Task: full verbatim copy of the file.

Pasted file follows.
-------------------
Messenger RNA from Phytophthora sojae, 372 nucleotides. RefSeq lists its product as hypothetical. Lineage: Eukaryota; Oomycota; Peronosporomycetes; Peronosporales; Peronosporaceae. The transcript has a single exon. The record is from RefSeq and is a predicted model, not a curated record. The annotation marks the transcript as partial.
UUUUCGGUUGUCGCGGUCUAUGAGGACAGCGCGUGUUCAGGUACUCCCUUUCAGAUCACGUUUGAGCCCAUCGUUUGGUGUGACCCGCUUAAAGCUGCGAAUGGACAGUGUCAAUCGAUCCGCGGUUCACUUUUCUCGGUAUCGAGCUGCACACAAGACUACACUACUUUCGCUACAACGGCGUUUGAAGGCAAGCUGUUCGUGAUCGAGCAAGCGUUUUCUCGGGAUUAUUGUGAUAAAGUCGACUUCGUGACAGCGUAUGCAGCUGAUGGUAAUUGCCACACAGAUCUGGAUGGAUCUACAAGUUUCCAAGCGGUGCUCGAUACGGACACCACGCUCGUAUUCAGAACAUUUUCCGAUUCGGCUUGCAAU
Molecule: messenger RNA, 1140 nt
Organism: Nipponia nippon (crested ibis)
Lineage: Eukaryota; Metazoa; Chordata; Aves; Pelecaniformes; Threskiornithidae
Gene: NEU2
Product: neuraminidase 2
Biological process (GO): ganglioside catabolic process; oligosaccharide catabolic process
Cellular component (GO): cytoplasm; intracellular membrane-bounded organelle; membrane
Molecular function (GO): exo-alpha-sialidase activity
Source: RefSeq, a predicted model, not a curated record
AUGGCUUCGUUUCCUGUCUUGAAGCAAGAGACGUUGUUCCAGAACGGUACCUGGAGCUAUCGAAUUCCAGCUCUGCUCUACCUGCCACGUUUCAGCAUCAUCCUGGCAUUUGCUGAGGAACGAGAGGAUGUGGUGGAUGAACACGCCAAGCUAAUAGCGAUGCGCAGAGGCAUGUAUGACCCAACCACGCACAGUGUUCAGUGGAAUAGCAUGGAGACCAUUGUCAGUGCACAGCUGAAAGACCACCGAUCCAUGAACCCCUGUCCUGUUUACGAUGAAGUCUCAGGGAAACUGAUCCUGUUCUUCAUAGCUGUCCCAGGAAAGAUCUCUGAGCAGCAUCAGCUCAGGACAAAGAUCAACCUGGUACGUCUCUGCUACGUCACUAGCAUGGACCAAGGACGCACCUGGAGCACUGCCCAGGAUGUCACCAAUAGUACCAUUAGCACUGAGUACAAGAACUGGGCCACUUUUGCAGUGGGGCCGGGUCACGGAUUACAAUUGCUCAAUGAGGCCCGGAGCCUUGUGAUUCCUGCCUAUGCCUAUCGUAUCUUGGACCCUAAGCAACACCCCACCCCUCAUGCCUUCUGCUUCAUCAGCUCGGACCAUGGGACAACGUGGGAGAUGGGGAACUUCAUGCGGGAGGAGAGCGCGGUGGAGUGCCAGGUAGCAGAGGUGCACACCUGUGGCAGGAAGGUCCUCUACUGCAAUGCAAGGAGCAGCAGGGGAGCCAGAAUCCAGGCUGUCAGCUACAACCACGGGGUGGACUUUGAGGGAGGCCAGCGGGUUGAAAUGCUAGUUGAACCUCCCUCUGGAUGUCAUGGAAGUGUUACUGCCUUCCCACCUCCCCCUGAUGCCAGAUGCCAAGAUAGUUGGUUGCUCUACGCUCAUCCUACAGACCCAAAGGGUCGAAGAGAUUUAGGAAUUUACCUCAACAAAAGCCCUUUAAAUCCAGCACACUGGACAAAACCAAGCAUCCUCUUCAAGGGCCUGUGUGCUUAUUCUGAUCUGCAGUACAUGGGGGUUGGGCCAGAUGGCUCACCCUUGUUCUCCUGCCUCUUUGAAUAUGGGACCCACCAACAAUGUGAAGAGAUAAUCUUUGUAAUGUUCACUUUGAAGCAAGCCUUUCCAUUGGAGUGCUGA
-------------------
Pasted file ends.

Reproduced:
Messenger RNA from Phytophthora sojae, 372 nucleotides. RefSeq lists its product as hypothetical. Lineage: Eukaryota; Oomycota; Peronosporomycetes; Peronosporales; Peronosporaceae. The transcript has a single exon. The record is from RefSeq and is a predicted model, not a curated record. The annotation marks the transcript as partial.
UUUUCGGUUGUCGCGGUCUAUGAGGACAGCGCGUGUUCAGGUACUCCCUUUCAGAUCACGUUUGAGCCCAUCGUUUGGUGUGACCCGCUUAAAGCUGCGAAUGGACAGUGUCAAUCGAUCCGCGGUUCACUUUUCUCGGUAUCGAGCUGCACACAAGACUACACUACUUUCGCUACAACGGCGUUUGAAGGCAAGCUGUUCGUGAUCGAGCAAGCGUUUUCUCGGGAUUAUUGUGAUAAAGUCGACUUCGUGACAGCGUAUGCAGCUGAUGGUAAUUGCCACACAGAUCUGGAUGGAUCUACAAGUUUCCAAGCGGUGCUCGAUACGGACACCACGCUCGUAUUCAGAACAUUUUCCGAUUCGGCUUGCAAU
Molecule: messenger RNA, 1140 nt
Organism: Nipponia nippon (crested ibis)
Lineage: Eukaryota; Metazoa; Chordata; Aves; Pelecaniformes; Threskiornithidae
Gene: NEU2
Product: neuraminidase 2
Biological process (GO): ganglioside catabolic process; oligosaccharide catabolic process
Cellular component (GO): cytoplasm; intracellular membrane-bounded organelle; membrane
Molecular function (GO): exo-alpha-sialidase activity
Source: RefSeq, a predicted model, not a curated record
AUGGCUUCGUUUCCUGUCUUGAAGCAAGAGACGUUGUUCCAGAACGGUACCUGGAGCUAUCGAAUUCCAGCUCUGCUCUACCUGCCACGUUUCAGCAUCAUCCUGGCAUUUGCUGAGGAACGAGAGGAUGUGGUGGAUGAACACGCCAAGCUAAUAGCGAUGCGCAGAGGCAUGUAUGACCCAACCACGCACAGUGUUCAGUGGAAUAGCAUGGAGACCAUUGUCAGUGCACAGCUGAAAGACCACCGAUCCAUGAACCCCUGUCCUGUUUACGAUGAAGUCUCAGGGAAACUGAUCCUGUUCUUCAUAGCUGUCCCAGGAAAGAUCUCUGAGCAGCAUCAGCUCAGGACAAAGAUCAACCUGGUACGUCUCUGCUACGUCACUAGCAUGGACCAAGGACGCACCUGGAGCACUGCCCAGGAUGUCACCAAUAGUACCAUUAGCACUGAGUACAAGAACUGGGCCACUUUUGCAGUGGGGCCGGGUCACGGAUUACAAUUGCUCAAUGAGGCCCGGAGCCUUGUGAUUCCUGCCUAUGCCUAUCGUAUCUUGGACCCUAAGCAACACCCCACCCCUCAUGCCUUCUGCUUCAUCAGCUCGGACCAUGGGACAACGUGGGAGAUGGGGAACUUCAUGCGGGAGGAGAGCGCGGUGGAGUGCCAGGUAGCAGAGGUGCACACCUGUGGCAGGAAGGUCCUCUACUGCAAUGCAAGGAGCAGCAGGGGAGCCAGAAUCCAGGCUGUCAGCUACAACCACGGGGUGGACUUUGAGGGAGGCCAGCGGGUUGAAAUGCUAGUUGAACCUCCCUCUGGAUGUCAUGGAAGUGUUACUGCCUUCCCACCUCCCCCUGAUGCCAGAUGCCAAGAUAGUUGGUUGCUCUACGCUCAUCCUACAGACCCAAAGGGUCGAAGAGAUUUAGGAAUUUACCUCAACAAAAGCCCUUUAAAUCCAGCACACUGGACAAAACCAAGCAUCCUCUUCAAGGGCCUGUGUGCUUAUUCUGAUCUGCAGUACAUGGGGGUUGGGCCAGAUGGCUCACCCUUGUUCUCCUGCCUCUUUGAAUAUGGGACCCACCAACAAUGUGAAGAGAUAAUCUUUGUAAUGUUCACUUUGAAGCAAGCCUUUCCAUUGGAGUGCUGA